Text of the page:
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Can Beirut’s cyclists break the city’s 4-wheel obsession?

BEIRUT: With its Francophile tendencies, Beirut may be able to match Paris for designer shops, vibrant culture and great food, but it certainly lacks the Parisians’ love affair with the bicycle.

Unlike Paris, whose city bike the Velib is a source of pride, loved by locals and tourists alike, a bicycle is a rare sight on the streets of Beirut, or elsewhere in the country.

Look hard enough though and you can find a determined group of individuals tackling the obstacles to make their journey on two wheels. And with fuel prices having reached record-highs last week, and the approaching summer promising the regular mass influx of visiting vehicles, getting on your bike looks pretty appealing.

“Nowadays it’s a la mode to use bikes,” says Jawad Sbeity, the co-founder of bicycle hire company Beirut by Bike. “Ten years ago you couldn’t find many bike shops [anywhere] and now you have specialists.”

Sbeity and two fellow students from the American University of Beirut started Beirut by Bike in 2000, after their own difficulties trying to cycle around the city. “It was hectic because there were no routes and no paths to safe cycling.”

The company now has three hire points in the city, and rent out bikes for all ages for LL5,000 an hour. Their bikes, and those of other hire companies such as Gemmayzeh’s CycloSport, can often be seen along the Corniche. A cycle path is also part of the new waterfront, Solidere’s latest development near BIEL, which is currently little more than wasteland, but for which green spaces are planned. The city’s municipality is also discussing plans for a cycle route around Beirut.

But while these routes are a pleasant weekend activity, few cyclists are brave enough to take a bike to the streets as a means of getting from A to B.

For Mounir Marrash, a 24-year-old student who takes his bike everywhere, cycling makes the most sense as a way to get around, particularly given the limited means of public transport in the city.

“You get health, you get no traffic and you don’t need a parking place which is really hard to find here,” he says. Marrash was inspired to cycle around the city after a visit to Amsterdam, but acknowledges that cycling in Beirut is much trickier.

“It is very difficult. One mistake and you’re dead.”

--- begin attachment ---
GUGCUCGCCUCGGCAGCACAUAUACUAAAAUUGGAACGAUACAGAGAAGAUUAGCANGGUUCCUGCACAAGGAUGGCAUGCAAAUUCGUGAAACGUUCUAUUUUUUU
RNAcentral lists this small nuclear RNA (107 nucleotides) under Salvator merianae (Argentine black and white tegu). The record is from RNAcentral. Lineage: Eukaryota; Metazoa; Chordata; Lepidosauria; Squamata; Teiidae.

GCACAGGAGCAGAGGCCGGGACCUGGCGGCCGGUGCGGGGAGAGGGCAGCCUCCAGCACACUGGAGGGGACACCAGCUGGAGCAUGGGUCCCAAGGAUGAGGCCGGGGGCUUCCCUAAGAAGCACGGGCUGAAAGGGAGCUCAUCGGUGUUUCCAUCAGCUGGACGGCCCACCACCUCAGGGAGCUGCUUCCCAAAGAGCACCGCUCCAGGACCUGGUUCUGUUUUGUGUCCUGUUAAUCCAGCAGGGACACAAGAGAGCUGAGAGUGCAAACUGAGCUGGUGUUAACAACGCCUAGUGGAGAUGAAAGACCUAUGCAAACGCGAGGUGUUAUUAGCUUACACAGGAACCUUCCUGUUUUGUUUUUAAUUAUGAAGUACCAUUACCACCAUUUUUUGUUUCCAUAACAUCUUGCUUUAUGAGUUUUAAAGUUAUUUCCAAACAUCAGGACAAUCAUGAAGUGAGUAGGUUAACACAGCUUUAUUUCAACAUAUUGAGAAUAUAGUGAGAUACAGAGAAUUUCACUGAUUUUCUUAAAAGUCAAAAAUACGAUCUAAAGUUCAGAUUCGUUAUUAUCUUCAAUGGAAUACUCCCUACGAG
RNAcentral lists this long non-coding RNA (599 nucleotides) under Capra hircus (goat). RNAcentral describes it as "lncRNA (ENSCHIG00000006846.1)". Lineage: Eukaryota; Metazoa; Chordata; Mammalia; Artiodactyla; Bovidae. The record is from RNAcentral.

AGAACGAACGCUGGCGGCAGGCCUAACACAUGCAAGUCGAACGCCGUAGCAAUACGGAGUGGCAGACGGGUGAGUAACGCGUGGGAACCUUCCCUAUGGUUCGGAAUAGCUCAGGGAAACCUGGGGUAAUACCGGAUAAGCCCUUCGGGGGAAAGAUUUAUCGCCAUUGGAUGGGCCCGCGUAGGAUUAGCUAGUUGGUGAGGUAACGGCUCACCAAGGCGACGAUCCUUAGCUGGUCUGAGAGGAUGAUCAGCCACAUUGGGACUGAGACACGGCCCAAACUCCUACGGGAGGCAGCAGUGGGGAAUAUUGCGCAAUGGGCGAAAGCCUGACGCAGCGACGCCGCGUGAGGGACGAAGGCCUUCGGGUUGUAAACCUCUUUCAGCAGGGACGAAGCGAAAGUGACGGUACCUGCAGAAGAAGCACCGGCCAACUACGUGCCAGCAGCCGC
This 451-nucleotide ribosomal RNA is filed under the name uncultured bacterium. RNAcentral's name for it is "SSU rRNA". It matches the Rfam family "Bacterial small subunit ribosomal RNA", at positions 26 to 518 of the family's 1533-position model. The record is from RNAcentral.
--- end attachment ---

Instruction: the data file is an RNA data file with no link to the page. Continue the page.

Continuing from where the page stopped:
Those who do brave it want to see steps taken which will make it easier for people to choose to cycle. Last year several nongovernmental organizations put together a cycling event, Darreja, at which over 150 cyclists took over the streets to show their support for bicycle-friendly reforms.

The current attitude, says Lily Abichahine from NGO Fast Forward, one the event’s organizers, is definitely “four wheels good, two wheels bad.” “You sometimes have the feeling the city is not for humans anymore, it’s for machines.”

Safety is an obvious concern. “Drivers are actually sometimes even kind of mean,” says Ruba Mourad, of Critical Mass Beirut, organizers of monthly group cycle journeys around the capital. Unused to seeing bicycles on the road, she says, they are treated the same way as the mopeds and delivery motorbikes that zip around. “It’s like we are pests.”

While Critical Mass events in Paris, or in London and the U.S. often force road closures, in Beirut they average only six or seven riders. “We tease the cars in Lebanon, but we can’t really win,” says Abichahine.

Cyclists suffer a bit of an image problem in Lebanon, where the latest gadgets and flashiest cars are symbols of success. Yet, the cyclists believe perceptions may be changing, albeit slowly.

“We have [already] moved from people discovering the bike, to people utilizing and buying the bikes as leisure, and having fun on the bike as a sports activity,” says Sbeity. The rise of environmental awareness, Sbeity believes, is likely to encourage more people to seek alternatives to the car.

“There is a vicious cycle of people not believing in cycling because it’s not safe, and it not being safe because people are not demanding it,” says Abichahine. “The bikes are here, the people are here, the will is here,” she says. “We just need the bicycle lanes.”

 
A version of this article appeared in the print edition of The Daily Star on May 11, 2011, on page 12.

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